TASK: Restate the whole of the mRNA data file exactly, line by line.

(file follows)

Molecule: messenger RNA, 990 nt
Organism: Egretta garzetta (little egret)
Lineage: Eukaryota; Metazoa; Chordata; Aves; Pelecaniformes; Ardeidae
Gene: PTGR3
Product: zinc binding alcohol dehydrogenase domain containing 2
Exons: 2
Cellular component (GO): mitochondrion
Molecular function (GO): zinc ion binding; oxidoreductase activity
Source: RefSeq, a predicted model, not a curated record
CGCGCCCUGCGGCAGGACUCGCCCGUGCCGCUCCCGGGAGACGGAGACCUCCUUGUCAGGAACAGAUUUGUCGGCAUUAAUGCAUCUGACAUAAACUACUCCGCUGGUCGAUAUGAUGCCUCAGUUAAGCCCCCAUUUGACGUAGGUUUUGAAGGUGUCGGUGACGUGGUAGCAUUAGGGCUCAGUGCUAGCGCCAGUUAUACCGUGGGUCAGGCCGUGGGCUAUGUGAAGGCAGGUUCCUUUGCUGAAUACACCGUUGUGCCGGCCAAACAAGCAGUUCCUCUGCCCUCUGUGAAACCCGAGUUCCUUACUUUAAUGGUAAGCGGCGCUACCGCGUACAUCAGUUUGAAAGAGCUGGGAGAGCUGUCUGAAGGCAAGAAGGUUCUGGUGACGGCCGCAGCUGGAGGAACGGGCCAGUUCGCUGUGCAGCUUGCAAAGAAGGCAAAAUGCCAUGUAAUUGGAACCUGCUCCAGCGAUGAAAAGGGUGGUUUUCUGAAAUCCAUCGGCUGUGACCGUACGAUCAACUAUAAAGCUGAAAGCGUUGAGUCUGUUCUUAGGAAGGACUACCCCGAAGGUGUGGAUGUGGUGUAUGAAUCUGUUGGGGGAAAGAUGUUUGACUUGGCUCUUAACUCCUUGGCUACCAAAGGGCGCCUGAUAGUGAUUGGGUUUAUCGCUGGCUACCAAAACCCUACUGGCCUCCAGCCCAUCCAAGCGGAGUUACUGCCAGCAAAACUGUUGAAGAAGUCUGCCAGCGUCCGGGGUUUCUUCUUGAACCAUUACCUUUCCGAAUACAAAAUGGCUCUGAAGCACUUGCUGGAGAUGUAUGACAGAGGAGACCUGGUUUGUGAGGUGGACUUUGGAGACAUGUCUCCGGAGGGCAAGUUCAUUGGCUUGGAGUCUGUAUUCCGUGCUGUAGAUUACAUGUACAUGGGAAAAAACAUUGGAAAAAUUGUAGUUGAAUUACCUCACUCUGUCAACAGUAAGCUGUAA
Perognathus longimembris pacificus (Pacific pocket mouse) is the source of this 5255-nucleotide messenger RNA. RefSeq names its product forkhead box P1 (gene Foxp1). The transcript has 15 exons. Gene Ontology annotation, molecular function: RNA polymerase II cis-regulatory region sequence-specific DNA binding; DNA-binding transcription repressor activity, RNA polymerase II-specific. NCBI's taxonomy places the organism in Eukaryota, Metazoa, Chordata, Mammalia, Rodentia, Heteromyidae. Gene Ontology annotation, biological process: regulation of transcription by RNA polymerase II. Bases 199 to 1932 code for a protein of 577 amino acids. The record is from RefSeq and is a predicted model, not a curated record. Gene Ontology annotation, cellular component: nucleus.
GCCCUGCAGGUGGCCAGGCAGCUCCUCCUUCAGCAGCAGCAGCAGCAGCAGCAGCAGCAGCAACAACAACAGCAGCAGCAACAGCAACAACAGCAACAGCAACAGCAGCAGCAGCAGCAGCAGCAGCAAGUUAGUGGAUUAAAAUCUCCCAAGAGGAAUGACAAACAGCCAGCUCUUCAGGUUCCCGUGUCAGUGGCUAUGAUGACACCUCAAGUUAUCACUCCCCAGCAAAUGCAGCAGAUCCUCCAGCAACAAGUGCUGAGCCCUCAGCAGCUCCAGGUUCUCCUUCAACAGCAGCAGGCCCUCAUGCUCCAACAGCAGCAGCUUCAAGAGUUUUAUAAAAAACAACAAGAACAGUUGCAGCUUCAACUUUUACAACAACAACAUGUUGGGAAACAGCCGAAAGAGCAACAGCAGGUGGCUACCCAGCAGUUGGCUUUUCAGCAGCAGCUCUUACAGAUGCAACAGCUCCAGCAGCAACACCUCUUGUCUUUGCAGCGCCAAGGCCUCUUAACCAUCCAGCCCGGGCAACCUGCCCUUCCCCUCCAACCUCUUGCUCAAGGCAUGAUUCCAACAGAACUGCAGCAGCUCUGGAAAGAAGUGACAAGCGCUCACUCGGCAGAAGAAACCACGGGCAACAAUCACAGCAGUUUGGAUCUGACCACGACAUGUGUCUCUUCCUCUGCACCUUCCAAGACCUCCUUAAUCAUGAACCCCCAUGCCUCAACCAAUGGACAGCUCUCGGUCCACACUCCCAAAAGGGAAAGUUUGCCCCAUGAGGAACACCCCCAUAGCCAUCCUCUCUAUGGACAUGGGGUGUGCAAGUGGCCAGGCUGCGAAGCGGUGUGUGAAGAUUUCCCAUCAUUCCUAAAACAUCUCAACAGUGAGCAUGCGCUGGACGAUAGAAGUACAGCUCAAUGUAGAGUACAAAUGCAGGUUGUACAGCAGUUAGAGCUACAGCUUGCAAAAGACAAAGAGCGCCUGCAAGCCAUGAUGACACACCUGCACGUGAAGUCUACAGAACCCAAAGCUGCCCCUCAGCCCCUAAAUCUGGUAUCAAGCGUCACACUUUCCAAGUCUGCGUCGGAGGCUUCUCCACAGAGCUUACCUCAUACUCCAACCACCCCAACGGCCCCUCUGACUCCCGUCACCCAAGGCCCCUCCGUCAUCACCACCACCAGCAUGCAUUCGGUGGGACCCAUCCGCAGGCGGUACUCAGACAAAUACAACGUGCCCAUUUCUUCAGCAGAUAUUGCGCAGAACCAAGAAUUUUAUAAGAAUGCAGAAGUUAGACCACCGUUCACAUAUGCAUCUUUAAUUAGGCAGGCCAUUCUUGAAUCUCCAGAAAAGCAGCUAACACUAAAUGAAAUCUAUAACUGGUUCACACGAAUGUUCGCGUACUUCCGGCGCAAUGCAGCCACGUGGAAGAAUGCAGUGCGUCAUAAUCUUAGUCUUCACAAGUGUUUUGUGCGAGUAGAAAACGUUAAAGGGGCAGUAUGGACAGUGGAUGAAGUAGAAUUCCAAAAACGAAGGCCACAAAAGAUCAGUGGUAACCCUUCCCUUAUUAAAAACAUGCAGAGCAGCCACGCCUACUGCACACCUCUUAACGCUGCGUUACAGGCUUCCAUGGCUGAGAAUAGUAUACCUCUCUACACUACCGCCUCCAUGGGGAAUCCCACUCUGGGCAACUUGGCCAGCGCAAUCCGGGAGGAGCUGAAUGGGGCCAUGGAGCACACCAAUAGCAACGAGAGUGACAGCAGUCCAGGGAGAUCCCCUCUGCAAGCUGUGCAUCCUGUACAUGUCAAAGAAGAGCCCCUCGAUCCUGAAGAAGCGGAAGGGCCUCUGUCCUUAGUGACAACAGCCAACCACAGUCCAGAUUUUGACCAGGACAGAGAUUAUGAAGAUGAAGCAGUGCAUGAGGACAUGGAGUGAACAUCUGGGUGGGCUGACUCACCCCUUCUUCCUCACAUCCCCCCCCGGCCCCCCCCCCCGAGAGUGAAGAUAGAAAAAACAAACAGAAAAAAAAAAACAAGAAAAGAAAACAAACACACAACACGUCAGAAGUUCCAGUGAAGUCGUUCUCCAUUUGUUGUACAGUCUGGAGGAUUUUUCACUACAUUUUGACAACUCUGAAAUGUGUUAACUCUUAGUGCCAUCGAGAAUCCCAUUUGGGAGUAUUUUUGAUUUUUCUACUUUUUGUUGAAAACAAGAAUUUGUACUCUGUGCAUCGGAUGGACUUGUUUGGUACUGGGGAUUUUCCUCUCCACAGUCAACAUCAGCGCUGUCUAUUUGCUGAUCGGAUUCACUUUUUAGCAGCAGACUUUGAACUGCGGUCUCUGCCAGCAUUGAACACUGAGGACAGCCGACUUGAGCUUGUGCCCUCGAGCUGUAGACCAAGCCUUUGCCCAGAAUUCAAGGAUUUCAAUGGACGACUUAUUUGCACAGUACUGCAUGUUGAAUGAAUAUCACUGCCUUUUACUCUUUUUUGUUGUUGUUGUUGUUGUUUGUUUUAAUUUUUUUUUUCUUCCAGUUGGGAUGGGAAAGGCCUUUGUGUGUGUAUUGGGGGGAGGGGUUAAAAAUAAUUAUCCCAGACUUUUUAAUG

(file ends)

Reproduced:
Molecule: messenger RNA, 990 nt
Organism: Egretta garzetta (little egret)
Lineage: Eukaryota; Metazoa; Chordata; Aves; Pelecaniformes; Ardeidae
Gene: PTGR3
Product: zinc binding alcohol dehydrogenase domain containing 2
Exons: 2
Cellular component (GO): mitochondrion
Molecular function (GO): zinc ion binding; oxidoreductase activity
Source: RefSeq, a predicted model, not a curated record
CGCGCCCUGCGGCAGGACUCGCCCGUGCCGCUCCCGGGAGACGGAGACCUCCUUGUCAGGAACAGAUUUGUCGGCAUUAAUGCAUCUGACAUAAACUACUCCGCUGGUCGAUAUGAUGCCUCAGUUAAGCCCCCAUUUGACGUAGGUUUUGAAGGUGUCGGUGACGUGGUAGCAUUAGGGCUCAGUGCUAGCGCCAGUUAUACCGUGGGUCAGGCCGUGGGCUAUGUGAAGGCAGGUUCCUUUGCUGAAUACACCGUUGUGCCGGCCAAACAAGCAGUUCCUCUGCCCUCUGUGAAACCCGAGUUCCUUACUUUAAUGGUAAGCGGCGCUACCGCGUACAUCAGUUUGAAAGAGCUGGGAGAGCUGUCUGAAGGCAAGAAGGUUCUGGUGACGGCCGCAGCUGGAGGAACGGGCCAGUUCGCUGUGCAGCUUGCAAAGAAGGCAAAAUGCCAUGUAAUUGGAACCUGCUCCAGCGAUGAAAAGGGUGGUUUUCUGAAAUCCAUCGGCUGUGACCGUACGAUCAACUAUAAAGCUGAAAGCGUUGAGUCUGUUCUUAGGAAGGACUACCCCGAAGGUGUGGAUGUGGUGUAUGAAUCUGUUGGGGGAAAGAUGUUUGACUUGGCUCUUAACUCCUUGGCUACCAAAGGGCGCCUGAUAGUGAUUGGGUUUAUCGCUGGCUACCAAAACCCUACUGGCCUCCAGCCCAUCCAAGCGGAGUUACUGCCAGCAAAACUGUUGAAGAAGUCUGCCAGCGUCCGGGGUUUCUUCUUGAACCAUUACCUUUCCGAAUACAAAAUGGCUCUGAAGCACUUGCUGGAGAUGUAUGACAGAGGAGACCUGGUUUGUGAGGUGGACUUUGGAGACAUGUCUCCGGAGGGCAAGUUCAUUGGCUUGGAGUCUGUAUUCCGUGCUGUAGAUUACAUGUACAUGGGAAAAAACAUUGGAAAAAUUGUAGUUGAAUUACCUCACUCUGUCAACAGUAAGCUGUAA
Perognathus longimembris pacificus (Pacific pocket mouse) is the source of this 5255-nucleotide messenger RNA. RefSeq names its product forkhead box P1 (gene Foxp1). The transcript has 15 exons. Gene Ontology annotation, molecular function: RNA polymerase II cis-regulatory region sequence-specific DNA binding; DNA-binding transcription repressor activity, RNA polymerase II-specific. NCBI's taxonomy places the organism in Eukaryota, Metazoa, Chordata, Mammalia, Rodentia, Heteromyidae. Gene Ontology annotation, biological process: regulation of transcription by RNA polymerase II. Bases 199 to 1932 code for a protein of 577 amino acids. The record is from RefSeq and is a predicted model, not a curated record. Gene Ontology annotation, cellular component: nucleus.
GCCCUGCAGGUGGCCAGGCAGCUCCUCCUUCAGCAGCAGCAGCAGCAGCAGCAGCAGCAGCAACAACAACAGCAGCAGCAACAGCAACAACAGCAACAGCAACAGCAGCAGCAGCAGCAGCAGCAGCAAGUUAGUGGAUUAAAAUCUCCCAAGAGGAAUGACAAACAGCCAGCUCUUCAGGUUCCCGUGUCAGUGGCUAUGAUGACACCUCAAGUUAUCACUCCCCAGCAAAUGCAGCAGAUCCUCCAGCAACAAGUGCUGAGCCCUCAGCAGCUCCAGGUUCUCCUUCAACAGCAGCAGGCCCUCAUGCUCCAACAGCAGCAGCUUCAAGAGUUUUAUAAAAAACAACAAGAACAGUUGCAGCUUCAACUUUUACAACAACAACAUGUUGGGAAACAGCCGAAAGAGCAACAGCAGGUGGCUACCCAGCAGUUGGCUUUUCAGCAGCAGCUCUUACAGAUGCAACAGCUCCAGCAGCAACACCUCUUGUCUUUGCAGCGCCAAGGCCUCUUAACCAUCCAGCCCGGGCAACCUGCCCUUCCCCUCCAACCUCUUGCUCAAGGCAUGAUUCCAACAGAACUGCAGCAGCUCUGGAAAGAAGUGACAAGCGCUCACUCGGCAGAAGAAACCACGGGCAACAAUCACAGCAGUUUGGAUCUGACCACGACAUGUGUCUCUUCCUCUGCACCUUCCAAGACCUCCUUAAUCAUGAACCCCCAUGCCUCAACCAAUGGACAGCUCUCGGUCCACACUCCCAAAAGGGAAAGUUUGCCCCAUGAGGAACACCCCCAUAGCCAUCCUCUCUAUGGACAUGGGGUGUGCAAGUGGCCAGGCUGCGAAGCGGUGUGUGAAGAUUUCCCAUCAUUCCUAAAACAUCUCAACAGUGAGCAUGCGCUGGACGAUAGAAGUACAGCUCAAUGUAGAGUACAAAUGCAGGUUGUACAGCAGUUAGAGCUACAGCUUGCAAAAGACAAAGAGCGCCUGCAAGCCAUGAUGACACACCUGCACGUGAAGUCUACAGAACCCAAAGCUGCCCCUCAGCCCCUAAAUCUGGUAUCAAGCGUCACACUUUCCAAGUCUGCGUCGGAGGCUUCUCCACAGAGCUUACCUCAUACUCCAACCACCCCAACGGCCCCUCUGACUCCCGUCACCCAAGGCCCCUCCGUCAUCACCACCACCAGCAUGCAUUCGGUGGGACCCAUCCGCAGGCGGUACUCAGACAAAUACAACGUGCCCAUUUCUUCAGCAGAUAUUGCGCAGAACCAAGAAUUUUAUAAGAAUGCAGAAGUUAGACCACCGUUCACAUAUGCAUCUUUAAUUAGGCAGGCCAUUCUUGAAUCUCCAGAAAAGCAGCUAACACUAAAUGAAAUCUAUAACUGGUUCACACGAAUGUUCGCGUACUUCCGGCGCAAUGCAGCCACGUGGAAGAAUGCAGUGCGUCAUAAUCUUAGUCUUCACAAGUGUUUUGUGCGAGUAGAAAACGUUAAAGGGGCAGUAUGGACAGUGGAUGAAGUAGAAUUCCAAAAACGAAGGCCACAAAAGAUCAGUGGUAACCCUUCCCUUAUUAAAAACAUGCAGAGCAGCCACGCCUACUGCACACCUCUUAACGCUGCGUUACAGGCUUCCAUGGCUGAGAAUAGUAUACCUCUCUACACUACCGCCUCCAUGGGGAAUCCCACUCUGGGCAACUUGGCCAGCGCAAUCCGGGAGGAGCUGAAUGGGGCCAUGGAGCACACCAAUAGCAACGAGAGUGACAGCAGUCCAGGGAGAUCCCCUCUGCAAGCUGUGCAUCCUGUACAUGUCAAAGAAGAGCCCCUCGAUCCUGAAGAAGCGGAAGGGCCUCUGUCCUUAGUGACAACAGCCAACCACAGUCCAGAUUUUGACCAGGACAGAGAUUAUGAAGAUGAAGCAGUGCAUGAGGACAUGGAGUGAACAUCUGGGUGGGCUGACUCACCCCUUCUUCCUCACAUCCCCCCCCGGCCCCCCCCCCCGAGAGUGAAGAUAGAAAAAACAAACAGAAAAAAAAAAACAAGAAAAGAAAACAAACACACAACACGUCAGAAGUUCCAGUGAAGUCGUUCUCCAUUUGUUGUACAGUCUGGAGGAUUUUUCACUACAUUUUGACAACUCUGAAAUGUGUUAACUCUUAGUGCCAUCGAGAAUCCCAUUUGGGAGUAUUUUUGAUUUUUCUACUUUUUGUUGAAAACAAGAAUUUGUACUCUGUGCAUCGGAUGGACUUGUUUGGUACUGGGGAUUUUCCUCUCCACAGUCAACAUCAGCGCUGUCUAUUUGCUGAUCGGAUUCACUUUUUAGCAGCAGACUUUGAACUGCGGUCUCUGCCAGCAUUGAACACUGAGGACAGCCGACUUGAGCUUGUGCCCUCGAGCUGUAGACCAAGCCUUUGCCCAGAAUUCAAGGAUUUCAAUGGACGACUUAUUUGCACAGUACUGCAUGUUGAAUGAAUAUCACUGCCUUUUACUCUUUUUUGUUGUUGUUGUUGUUGUUUGUUUUAAUUUUUUUUUUCUUCCAGUUGGGAUGGGAAAGGCCUUUGUGUGUGUAUUGGGGGGAGGGGUUAAAAAUAAUUAUCCCAGACUUUUUAAUG